Every day the world is alerted to the threat of terrorism either from foreign countries or from more rare homegrown terrorists. In the United States, these threats, though frightening, hold the promise of being deterred because of protection by law enforcement provided by our government. As citizens, our right to protection is taken for granted. But this is not so for many kids at school.

We are all familiar with the many news reports and personal blog posts by parents that tell of horrific experiences of children at school who endure ongoing severe physical and emotional torture at the hand of a classmate or classmates while other students watched. In these cases there was no restraint or preventative measures by school officials. These children were assaulted because of a variety of reasons causing them to be perceived as “different.” Since all children enter the public arena of school with differences, it means that any child can be the next victim of unprovoked harassment.

As citizens of a democratic society, how would we feel if we were assaulted in our community or workplace, with witnesses watching, some encouraging the behavior, to find that there were no rules in place to outlaw this behavior? Or if there were laws, those in charge of implementing them turned their backs on you, thereby protecting the aggressor? And to know that you would be the victim of this terror every day as you go through your required daily routine?

The experiences of these children cry out that schools must make it their responsibility to implement programs to prevent and end bullying. How can children learn in lawless environments where they are scared to walk down a hallway, eat lunch in the cafeteria, or enter the playground? How can children maintain the spirit and effort to learn if their self-esteem is diminished on a daily basis?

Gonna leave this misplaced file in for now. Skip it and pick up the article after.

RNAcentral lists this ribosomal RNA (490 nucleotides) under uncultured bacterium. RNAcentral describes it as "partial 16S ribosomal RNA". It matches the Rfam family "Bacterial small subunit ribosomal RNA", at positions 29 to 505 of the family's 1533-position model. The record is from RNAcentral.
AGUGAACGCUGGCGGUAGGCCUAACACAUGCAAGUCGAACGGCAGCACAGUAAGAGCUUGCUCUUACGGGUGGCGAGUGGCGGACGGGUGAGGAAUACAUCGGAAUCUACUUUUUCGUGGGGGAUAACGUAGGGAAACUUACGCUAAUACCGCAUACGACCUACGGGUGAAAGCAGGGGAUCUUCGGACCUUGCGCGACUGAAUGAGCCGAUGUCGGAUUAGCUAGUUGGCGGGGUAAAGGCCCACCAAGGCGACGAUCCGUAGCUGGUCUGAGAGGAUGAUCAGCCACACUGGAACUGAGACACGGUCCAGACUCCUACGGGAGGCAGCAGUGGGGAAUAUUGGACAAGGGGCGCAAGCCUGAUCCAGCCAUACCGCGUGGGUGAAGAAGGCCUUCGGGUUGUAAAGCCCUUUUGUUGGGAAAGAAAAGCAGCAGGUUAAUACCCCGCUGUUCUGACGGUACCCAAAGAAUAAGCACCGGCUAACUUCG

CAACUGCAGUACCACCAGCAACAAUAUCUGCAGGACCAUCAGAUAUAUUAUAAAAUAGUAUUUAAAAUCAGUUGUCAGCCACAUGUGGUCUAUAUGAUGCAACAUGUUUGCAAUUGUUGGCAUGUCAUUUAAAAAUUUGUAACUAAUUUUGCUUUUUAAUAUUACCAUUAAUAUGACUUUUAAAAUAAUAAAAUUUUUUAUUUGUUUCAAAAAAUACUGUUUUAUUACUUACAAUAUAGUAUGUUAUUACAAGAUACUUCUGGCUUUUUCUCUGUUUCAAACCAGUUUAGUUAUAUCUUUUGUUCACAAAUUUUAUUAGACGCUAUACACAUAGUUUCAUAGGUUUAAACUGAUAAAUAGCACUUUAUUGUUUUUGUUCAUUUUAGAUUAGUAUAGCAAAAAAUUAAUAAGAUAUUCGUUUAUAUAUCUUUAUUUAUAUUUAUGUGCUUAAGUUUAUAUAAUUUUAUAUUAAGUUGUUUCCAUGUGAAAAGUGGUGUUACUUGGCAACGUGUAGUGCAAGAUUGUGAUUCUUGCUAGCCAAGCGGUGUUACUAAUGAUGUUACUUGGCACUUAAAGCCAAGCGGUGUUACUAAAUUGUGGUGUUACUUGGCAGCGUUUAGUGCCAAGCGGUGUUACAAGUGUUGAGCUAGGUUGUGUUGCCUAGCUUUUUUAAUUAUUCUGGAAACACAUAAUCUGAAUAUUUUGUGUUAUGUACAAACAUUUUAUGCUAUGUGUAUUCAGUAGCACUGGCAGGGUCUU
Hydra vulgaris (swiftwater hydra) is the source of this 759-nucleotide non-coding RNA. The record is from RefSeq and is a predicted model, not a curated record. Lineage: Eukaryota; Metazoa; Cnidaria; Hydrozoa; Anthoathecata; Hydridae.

As parents, how helpless we feel not to have control over what is happening to our children at school. Parents can take charge by establishing communication with school administrators and teachers. They must demand that administrators and teachers take responsibility to establish rules of behavior, pay attention to what is going on, and respond powerfully to unacceptable behaviors.

There are excellent programs available to schools for helping children become comfortable with differences. When modeled properly by teachers, children are receptive to accepting and celebrating each other’s differences rather than excluding, fearing, and bullying those who appear different. These positive attitudes should be encouraged in the earliest grades before negative thoughts set in which can later lead to destructive behaviors.

Since bullying does not go away by itself, children must be taught skills to resolve social conflict. They can be taught to BOOK3_Page33cooperate together to come up with multiple solutions to resolve conflict. All children should feel emotionally and physically safe as valued members of their classrooms. Teachers setting up classroom environments with rules based on shared values of proper social behaviors prepares children to grow into responsible adults.

Sharon Fialco

Author/Starabella Audio-Musical-Picture Book Series of social sensitivity

For children ages 2-8

Miss Maradise, classroom teacher in Book three of the Starabella series says: “Our classroom is like a big family. When someone in our family isn’t happy, no one is as happy as they can be.”

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